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Pericles, Prince of Tyre, was first published, in quarto, in 1609, with the following title-page

“THE LATE, | And much admired Play, Called | Pericles, Prince of Tyre. | With the true Relation of the whole Historie, | aduentures, and fortunes of the said Prince: | As also, | The no lesse strange, and worthy accidents, | in the Birth and Life, of his Daughter | MARIANA. | As it hath been diuers and sundry times acted by his Maiesties Seruants, at the Globe on the Banckside. | By William Shakespeare. | Imprinted at London for Henry Gosson, and are to be sold at the signe of the Sunne in | Paternoster row, &c. | 1609. |

A second quarto appeared in the same year; a third in 1611; a fourth in 1619; a fifth in 1630; a sixth in 1635.

These quarto editions are sufficient evidence for the popularity of the play; its omission from the First and Second Folios is all the more significant: it was reprinted, however, from the Sixth Quarto, in the Folios of 1664 and 1685, which included "seven plays never before printed in Folio,” viz.: Pericles, Prince of Tyre; The London Prodigal; The History of Thomas, Lord Cromwell; Sir John Oldcastle, Lord Cobham; The Puritan Widow; A Yorkshire Tragedy; The Tragedy of Locrine.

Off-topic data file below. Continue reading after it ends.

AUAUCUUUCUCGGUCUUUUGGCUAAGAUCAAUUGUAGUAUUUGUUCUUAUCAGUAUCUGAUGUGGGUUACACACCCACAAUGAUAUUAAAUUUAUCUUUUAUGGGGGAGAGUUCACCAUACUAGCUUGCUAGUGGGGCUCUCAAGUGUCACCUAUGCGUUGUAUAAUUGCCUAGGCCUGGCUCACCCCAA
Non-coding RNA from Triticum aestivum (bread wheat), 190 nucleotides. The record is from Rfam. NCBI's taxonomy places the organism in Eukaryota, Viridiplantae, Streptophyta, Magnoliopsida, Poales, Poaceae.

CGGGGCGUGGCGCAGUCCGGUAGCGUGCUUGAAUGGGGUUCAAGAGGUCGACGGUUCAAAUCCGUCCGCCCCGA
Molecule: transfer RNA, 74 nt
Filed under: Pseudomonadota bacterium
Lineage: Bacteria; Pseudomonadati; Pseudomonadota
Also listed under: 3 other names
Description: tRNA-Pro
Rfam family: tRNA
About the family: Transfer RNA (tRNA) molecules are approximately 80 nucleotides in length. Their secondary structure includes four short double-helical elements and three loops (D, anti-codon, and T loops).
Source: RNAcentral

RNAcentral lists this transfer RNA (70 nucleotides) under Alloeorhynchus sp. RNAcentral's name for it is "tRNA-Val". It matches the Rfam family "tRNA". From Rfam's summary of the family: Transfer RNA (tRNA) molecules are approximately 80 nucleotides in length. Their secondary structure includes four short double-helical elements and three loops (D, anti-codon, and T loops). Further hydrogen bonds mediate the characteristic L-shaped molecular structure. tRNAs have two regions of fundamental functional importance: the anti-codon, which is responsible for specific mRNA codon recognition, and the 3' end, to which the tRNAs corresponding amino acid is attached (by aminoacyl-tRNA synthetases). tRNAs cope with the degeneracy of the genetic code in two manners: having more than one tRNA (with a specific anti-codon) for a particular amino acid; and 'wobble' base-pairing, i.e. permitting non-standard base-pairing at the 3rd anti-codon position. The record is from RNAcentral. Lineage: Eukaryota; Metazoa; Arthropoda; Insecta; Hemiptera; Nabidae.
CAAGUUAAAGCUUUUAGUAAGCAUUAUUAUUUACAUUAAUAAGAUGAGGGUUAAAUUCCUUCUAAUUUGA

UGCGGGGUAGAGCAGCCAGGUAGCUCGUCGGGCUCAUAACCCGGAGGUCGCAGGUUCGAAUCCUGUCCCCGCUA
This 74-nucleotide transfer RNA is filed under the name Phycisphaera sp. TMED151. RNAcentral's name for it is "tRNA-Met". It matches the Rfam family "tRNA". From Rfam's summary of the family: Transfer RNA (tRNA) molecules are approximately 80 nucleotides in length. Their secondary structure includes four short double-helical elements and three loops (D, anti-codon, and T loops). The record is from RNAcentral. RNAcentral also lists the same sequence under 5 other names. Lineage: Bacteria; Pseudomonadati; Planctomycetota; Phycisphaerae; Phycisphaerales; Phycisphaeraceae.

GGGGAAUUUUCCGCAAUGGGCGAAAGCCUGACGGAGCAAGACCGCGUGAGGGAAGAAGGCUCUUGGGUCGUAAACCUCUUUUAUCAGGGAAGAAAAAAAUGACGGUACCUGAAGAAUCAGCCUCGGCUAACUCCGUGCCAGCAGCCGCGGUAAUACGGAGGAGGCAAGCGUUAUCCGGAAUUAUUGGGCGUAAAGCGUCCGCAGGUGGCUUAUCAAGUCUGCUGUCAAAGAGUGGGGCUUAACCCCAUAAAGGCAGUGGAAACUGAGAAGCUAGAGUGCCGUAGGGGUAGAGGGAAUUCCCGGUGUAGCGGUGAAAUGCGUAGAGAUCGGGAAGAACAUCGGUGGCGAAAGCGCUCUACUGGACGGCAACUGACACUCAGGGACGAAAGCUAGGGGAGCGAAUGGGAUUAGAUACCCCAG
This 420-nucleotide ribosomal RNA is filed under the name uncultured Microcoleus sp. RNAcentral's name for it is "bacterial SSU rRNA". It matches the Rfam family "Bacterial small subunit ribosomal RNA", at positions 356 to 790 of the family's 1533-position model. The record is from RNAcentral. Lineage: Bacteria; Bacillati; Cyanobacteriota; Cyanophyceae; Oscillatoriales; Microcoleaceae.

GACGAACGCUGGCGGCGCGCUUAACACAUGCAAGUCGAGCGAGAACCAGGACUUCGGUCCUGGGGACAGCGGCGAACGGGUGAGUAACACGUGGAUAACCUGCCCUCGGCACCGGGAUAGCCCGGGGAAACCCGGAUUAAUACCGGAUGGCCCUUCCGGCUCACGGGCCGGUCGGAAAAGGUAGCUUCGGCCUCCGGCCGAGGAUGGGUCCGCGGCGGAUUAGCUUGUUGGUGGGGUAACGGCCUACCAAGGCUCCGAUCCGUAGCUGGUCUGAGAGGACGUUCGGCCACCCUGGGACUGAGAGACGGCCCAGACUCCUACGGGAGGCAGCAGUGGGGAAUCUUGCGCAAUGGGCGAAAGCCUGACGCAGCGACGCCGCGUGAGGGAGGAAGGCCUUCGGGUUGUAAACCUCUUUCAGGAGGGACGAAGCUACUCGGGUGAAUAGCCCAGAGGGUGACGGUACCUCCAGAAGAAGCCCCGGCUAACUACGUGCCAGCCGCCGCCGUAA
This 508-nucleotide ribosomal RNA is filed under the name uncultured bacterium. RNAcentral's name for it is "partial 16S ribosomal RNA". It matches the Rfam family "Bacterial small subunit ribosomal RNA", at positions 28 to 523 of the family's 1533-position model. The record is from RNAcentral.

1 This quarto and the Second have been reproduced in facsimile in Dr. Furnivall's Quarto-Series.


In dealing with the authorship of Pericles two facts must be borne in mind :(i) the verdict of the Editors of the First Folio in rejecting it from their volume; (ii) the early allusions and early traditions which associate the play with Shakespeare's name; thus, in 1646, S. Shepherd wrote:

“with Sophocles we may
Compare great Shakespeare: Aristophanes
Never like him his Fancy could display,
Witness the Prince of Tyre, his Pericles."

The writer of these lines must have been voicing the opinion of many enthusiastic spectators of “the much-admired play"; J. Tatham, however, uttered the views of the more critical faction, when in 1652 he quoted this cen


"Shakespeare, the Plebeian driller, was
Foundered in's Pericles, and must not pass.”

Pericles indeed seems to have become almost proverbial for a bad play successful in hitting the tastes of the masses.

“And if it prove so happy as to please,
We'll say 'tis fortunate like Pericles”;

so wrote Robert Tailor, in the Prologue to The Hog hath lost his Pearl.

Ben Jonson in his Ode "Come leaue the loathed stage" (1629–1630), singled out for special scorn

“some mouldy tale Like Pericles”;

while Owen Feltham reminded him frankly that certain portions of his own New Inn

“throw a stain
Through all the unlikely plot, and do displease

As deep as Pericles.”